While amoxicillin/clavulanate potassium possesses the characteristic low toxicity of the penicillin group of antibiotics, periodic assessment of organ system functions, including renal, hepatic, and hematopoietic function, is advisable if therapy is for longer than the drug is approved for administration.
A high percentage of patients with mononucleosis who receive ampicillin develop an erythematous skin rash. Thus, ampicillin-class antibiotics should not be administered to patients with mononucleosis.
The possibility of superinfections with mycotic or bacterial pathogens should be kept in mind during therapy. If superinfections occur (usually involving Pseudomonas spp. or Candida spp.), the drug should be discontinued and/or appropriate therapy instituted.
Prescribing AUGMENTIN XR in the absence of a proven or strongly suspected bacterial infection or a prophylactic indication is unlikely to provide benefit to the patient and increases the risk of the development of drug-resistant bacteria.
Information for Patients
AUGMENTIN XR should be taken every 12 hours with a meal or snack to reduce the possibility of gastrointestinal upset. If diarrhea develops and is severe or lasts more than 2 or 3 days, call your doctor.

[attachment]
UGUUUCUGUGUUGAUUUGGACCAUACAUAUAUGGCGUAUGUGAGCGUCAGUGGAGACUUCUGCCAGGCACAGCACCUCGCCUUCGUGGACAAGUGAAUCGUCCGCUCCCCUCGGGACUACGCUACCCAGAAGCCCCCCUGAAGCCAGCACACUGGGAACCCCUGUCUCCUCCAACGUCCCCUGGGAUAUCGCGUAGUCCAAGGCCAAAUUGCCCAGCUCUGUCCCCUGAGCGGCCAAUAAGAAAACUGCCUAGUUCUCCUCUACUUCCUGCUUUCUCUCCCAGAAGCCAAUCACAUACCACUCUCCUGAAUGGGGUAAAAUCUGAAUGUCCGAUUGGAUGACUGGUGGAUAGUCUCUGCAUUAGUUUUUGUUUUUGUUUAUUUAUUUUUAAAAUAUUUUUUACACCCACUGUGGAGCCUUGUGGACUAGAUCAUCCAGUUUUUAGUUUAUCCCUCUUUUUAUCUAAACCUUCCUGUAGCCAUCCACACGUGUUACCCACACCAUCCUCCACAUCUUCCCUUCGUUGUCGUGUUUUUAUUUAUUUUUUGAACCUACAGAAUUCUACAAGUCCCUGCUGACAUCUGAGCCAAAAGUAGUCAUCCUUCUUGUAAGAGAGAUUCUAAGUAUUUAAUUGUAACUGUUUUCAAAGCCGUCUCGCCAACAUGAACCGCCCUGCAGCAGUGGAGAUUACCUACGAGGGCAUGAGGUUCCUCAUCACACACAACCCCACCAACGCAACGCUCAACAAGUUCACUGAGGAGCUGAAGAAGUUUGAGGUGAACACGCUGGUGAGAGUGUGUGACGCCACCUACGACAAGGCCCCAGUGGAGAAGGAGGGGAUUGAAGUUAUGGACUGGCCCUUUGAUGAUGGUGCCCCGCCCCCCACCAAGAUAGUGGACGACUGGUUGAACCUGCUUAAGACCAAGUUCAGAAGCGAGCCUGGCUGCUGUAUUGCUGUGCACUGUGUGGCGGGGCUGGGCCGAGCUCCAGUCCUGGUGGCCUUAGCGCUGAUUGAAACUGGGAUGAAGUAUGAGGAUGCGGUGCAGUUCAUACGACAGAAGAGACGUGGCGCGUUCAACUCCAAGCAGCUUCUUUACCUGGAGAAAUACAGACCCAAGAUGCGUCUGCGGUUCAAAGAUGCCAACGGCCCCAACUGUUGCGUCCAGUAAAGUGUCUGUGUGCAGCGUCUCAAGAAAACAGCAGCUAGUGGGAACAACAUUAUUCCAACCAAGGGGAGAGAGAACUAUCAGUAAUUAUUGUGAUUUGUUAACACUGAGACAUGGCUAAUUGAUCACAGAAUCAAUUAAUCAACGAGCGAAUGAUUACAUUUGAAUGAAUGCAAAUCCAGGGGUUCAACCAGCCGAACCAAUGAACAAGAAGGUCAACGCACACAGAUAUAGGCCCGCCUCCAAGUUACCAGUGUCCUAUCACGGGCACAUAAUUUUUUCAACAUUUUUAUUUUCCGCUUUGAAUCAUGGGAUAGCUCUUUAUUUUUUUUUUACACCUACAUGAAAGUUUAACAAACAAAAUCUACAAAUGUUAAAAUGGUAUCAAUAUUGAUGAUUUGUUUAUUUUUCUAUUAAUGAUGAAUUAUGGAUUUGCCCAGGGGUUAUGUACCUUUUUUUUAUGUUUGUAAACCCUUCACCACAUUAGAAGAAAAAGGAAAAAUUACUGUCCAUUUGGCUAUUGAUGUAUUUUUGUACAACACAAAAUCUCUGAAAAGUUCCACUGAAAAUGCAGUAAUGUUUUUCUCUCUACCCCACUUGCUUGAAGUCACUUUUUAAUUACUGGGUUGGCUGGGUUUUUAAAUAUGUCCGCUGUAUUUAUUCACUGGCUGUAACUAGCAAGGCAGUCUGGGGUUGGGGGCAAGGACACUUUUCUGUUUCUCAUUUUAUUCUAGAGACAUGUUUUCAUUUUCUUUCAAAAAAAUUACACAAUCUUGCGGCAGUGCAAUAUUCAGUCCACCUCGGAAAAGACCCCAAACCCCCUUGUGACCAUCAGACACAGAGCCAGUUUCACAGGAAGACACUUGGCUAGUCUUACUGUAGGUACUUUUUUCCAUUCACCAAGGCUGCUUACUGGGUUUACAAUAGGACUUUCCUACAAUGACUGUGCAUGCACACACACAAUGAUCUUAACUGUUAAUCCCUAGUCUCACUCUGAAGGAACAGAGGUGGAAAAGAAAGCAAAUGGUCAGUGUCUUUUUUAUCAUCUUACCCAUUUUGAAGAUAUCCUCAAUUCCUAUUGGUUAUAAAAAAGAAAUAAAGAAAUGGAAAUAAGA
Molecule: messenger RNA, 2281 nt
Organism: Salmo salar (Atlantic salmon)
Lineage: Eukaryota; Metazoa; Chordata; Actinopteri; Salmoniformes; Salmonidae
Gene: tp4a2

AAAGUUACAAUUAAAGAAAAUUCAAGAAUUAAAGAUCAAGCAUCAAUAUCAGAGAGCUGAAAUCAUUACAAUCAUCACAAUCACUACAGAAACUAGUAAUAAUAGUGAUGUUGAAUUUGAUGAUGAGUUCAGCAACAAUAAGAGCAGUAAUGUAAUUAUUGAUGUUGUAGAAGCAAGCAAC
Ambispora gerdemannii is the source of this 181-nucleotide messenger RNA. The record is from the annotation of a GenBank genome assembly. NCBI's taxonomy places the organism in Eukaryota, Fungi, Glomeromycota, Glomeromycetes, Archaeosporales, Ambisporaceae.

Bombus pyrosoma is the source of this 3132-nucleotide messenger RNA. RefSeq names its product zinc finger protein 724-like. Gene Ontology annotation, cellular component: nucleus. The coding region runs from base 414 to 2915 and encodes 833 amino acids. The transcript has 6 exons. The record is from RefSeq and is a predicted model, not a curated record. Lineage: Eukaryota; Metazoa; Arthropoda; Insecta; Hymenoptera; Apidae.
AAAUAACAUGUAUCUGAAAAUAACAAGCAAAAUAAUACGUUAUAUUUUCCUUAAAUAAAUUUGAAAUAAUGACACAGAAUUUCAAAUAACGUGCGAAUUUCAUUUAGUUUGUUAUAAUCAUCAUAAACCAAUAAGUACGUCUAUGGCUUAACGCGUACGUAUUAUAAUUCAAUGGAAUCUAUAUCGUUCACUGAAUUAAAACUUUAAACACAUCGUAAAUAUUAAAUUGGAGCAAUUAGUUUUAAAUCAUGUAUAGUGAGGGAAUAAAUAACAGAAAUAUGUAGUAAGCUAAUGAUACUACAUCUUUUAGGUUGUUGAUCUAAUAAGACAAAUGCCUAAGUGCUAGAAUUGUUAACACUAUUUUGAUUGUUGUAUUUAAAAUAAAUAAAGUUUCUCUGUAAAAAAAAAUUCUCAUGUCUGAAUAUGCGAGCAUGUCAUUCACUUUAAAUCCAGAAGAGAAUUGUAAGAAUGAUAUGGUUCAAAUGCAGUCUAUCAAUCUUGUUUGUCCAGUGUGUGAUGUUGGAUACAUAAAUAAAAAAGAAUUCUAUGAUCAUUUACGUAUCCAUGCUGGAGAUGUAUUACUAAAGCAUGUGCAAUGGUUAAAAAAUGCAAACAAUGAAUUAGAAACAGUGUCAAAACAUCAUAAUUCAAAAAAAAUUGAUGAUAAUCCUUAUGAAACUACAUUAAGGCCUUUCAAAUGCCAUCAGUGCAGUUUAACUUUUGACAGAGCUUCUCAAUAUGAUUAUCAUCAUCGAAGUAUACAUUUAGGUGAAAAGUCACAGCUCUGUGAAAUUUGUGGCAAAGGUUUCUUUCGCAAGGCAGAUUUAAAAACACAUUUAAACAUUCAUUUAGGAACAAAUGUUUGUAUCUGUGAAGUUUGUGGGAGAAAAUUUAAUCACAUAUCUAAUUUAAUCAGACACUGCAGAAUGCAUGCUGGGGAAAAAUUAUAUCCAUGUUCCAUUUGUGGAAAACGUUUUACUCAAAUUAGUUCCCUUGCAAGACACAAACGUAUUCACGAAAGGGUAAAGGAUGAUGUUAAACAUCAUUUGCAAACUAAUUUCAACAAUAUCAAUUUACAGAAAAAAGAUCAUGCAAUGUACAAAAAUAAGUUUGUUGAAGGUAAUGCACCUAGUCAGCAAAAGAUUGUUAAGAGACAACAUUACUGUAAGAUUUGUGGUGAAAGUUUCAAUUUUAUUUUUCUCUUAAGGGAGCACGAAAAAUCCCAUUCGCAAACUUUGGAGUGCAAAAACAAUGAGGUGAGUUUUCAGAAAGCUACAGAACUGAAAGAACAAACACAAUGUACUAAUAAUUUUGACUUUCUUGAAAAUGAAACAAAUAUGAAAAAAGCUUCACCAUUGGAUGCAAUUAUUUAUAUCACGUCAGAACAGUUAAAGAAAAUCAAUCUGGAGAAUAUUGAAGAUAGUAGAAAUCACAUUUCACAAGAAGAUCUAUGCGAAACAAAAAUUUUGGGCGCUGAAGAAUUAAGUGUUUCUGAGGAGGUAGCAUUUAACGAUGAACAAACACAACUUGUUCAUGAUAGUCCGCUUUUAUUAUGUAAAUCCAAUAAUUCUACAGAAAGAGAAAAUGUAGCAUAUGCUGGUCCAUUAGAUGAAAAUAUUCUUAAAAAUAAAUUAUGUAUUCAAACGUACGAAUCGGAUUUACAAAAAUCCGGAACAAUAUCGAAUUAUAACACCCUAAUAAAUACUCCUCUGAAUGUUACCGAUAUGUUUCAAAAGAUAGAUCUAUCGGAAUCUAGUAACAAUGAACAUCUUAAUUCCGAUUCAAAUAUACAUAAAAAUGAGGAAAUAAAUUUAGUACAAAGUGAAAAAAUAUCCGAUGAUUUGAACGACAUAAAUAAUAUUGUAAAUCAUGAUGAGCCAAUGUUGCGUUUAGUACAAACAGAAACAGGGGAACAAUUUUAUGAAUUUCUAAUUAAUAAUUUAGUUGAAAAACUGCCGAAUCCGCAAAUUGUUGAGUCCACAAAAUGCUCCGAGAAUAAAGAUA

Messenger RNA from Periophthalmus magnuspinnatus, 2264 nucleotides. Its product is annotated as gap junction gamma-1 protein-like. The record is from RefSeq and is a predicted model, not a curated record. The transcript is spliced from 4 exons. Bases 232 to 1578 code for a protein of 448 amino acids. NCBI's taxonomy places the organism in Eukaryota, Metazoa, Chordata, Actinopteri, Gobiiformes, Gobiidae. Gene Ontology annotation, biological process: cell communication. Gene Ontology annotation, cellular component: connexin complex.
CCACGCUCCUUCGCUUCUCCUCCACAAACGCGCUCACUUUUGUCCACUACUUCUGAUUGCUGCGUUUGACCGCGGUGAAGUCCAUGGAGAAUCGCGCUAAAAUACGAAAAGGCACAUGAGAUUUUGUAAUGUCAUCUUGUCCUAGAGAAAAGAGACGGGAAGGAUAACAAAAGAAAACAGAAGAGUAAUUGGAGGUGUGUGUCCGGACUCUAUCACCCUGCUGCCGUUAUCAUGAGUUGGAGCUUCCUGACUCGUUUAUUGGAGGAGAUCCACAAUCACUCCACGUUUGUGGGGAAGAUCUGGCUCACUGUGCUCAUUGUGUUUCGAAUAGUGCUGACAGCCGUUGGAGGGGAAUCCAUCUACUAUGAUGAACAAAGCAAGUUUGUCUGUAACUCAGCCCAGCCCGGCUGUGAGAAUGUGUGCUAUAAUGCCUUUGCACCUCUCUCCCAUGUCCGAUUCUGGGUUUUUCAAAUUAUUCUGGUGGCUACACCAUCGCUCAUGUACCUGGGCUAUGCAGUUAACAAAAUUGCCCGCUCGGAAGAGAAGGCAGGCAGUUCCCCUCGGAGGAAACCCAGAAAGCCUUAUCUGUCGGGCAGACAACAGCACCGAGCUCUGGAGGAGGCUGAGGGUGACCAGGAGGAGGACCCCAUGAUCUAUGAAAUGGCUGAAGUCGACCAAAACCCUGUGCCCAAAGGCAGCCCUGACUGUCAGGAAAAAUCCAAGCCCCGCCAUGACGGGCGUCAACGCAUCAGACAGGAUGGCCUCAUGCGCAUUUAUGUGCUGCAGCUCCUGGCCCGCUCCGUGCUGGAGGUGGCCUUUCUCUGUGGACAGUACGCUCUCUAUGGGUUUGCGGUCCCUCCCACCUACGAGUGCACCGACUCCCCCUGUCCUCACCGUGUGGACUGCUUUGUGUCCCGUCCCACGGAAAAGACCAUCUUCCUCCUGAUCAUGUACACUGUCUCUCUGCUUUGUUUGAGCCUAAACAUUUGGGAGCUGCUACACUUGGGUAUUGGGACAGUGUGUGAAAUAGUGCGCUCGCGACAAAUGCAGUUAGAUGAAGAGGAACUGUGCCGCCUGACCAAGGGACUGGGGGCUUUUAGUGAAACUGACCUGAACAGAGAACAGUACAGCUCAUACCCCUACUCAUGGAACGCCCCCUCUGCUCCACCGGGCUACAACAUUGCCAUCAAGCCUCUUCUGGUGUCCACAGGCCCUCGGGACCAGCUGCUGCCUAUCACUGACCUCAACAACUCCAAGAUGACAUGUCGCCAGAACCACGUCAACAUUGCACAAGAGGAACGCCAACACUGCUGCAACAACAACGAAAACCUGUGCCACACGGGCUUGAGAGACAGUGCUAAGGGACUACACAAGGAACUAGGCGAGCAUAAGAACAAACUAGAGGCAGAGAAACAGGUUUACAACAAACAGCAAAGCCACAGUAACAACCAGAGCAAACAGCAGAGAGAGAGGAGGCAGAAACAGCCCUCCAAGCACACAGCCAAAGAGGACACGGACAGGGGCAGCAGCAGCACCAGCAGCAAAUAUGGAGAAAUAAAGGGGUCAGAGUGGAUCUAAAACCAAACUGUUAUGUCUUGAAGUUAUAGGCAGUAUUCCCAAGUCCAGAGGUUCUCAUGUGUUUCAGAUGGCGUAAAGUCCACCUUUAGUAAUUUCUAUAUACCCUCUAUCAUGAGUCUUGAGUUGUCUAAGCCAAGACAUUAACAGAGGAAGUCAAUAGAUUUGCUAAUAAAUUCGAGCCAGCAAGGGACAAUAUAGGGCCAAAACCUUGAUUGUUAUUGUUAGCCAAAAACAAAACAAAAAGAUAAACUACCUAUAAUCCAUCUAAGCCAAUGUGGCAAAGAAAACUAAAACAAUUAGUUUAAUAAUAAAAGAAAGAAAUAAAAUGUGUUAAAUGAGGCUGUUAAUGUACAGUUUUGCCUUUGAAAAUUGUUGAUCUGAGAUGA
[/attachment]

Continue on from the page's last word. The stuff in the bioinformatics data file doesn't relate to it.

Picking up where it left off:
Diarrhea is a common problem caused by antibiotics which usually ends when the antibiotic is discontinued. Sometimes after starting treatment with antibiotics, patients can develop watery and bloody stools (with or without stomach cramps and fever) even as late as 2 or more months after having taken the last dose of the antibiotic. If this occurs, patients should contact their physician as soon as possible.
Patients should be counseled that antibacterial drugs, including AUGMENTIN XR, should only be used to treat bacterial infections. They do not treat viral infections (e.g., the common cold). When AUGMENTIN XR is prescribed to treat a bacterial infection, patients should be told that although it is common to feel better early in the course of therapy, the medication should be taken exactly as directed. Skipping doses or not completing the full course of therapy may: (1) decrease the effectiveness of the immediate treatment, and (2) increase the likelihood that bacteria will develop resistance and will not be treatable by AUGMENTIN XR or other antibacterial drugs in the future. Discard any unused medicine.
Probenecid decreases the renal tubular secretion of amoxicillin. Concurrent use with AUGMENTIN XR may result in increased and prolonged blood levels of amoxicillin. Coadministration of probenecid cannot be recommended.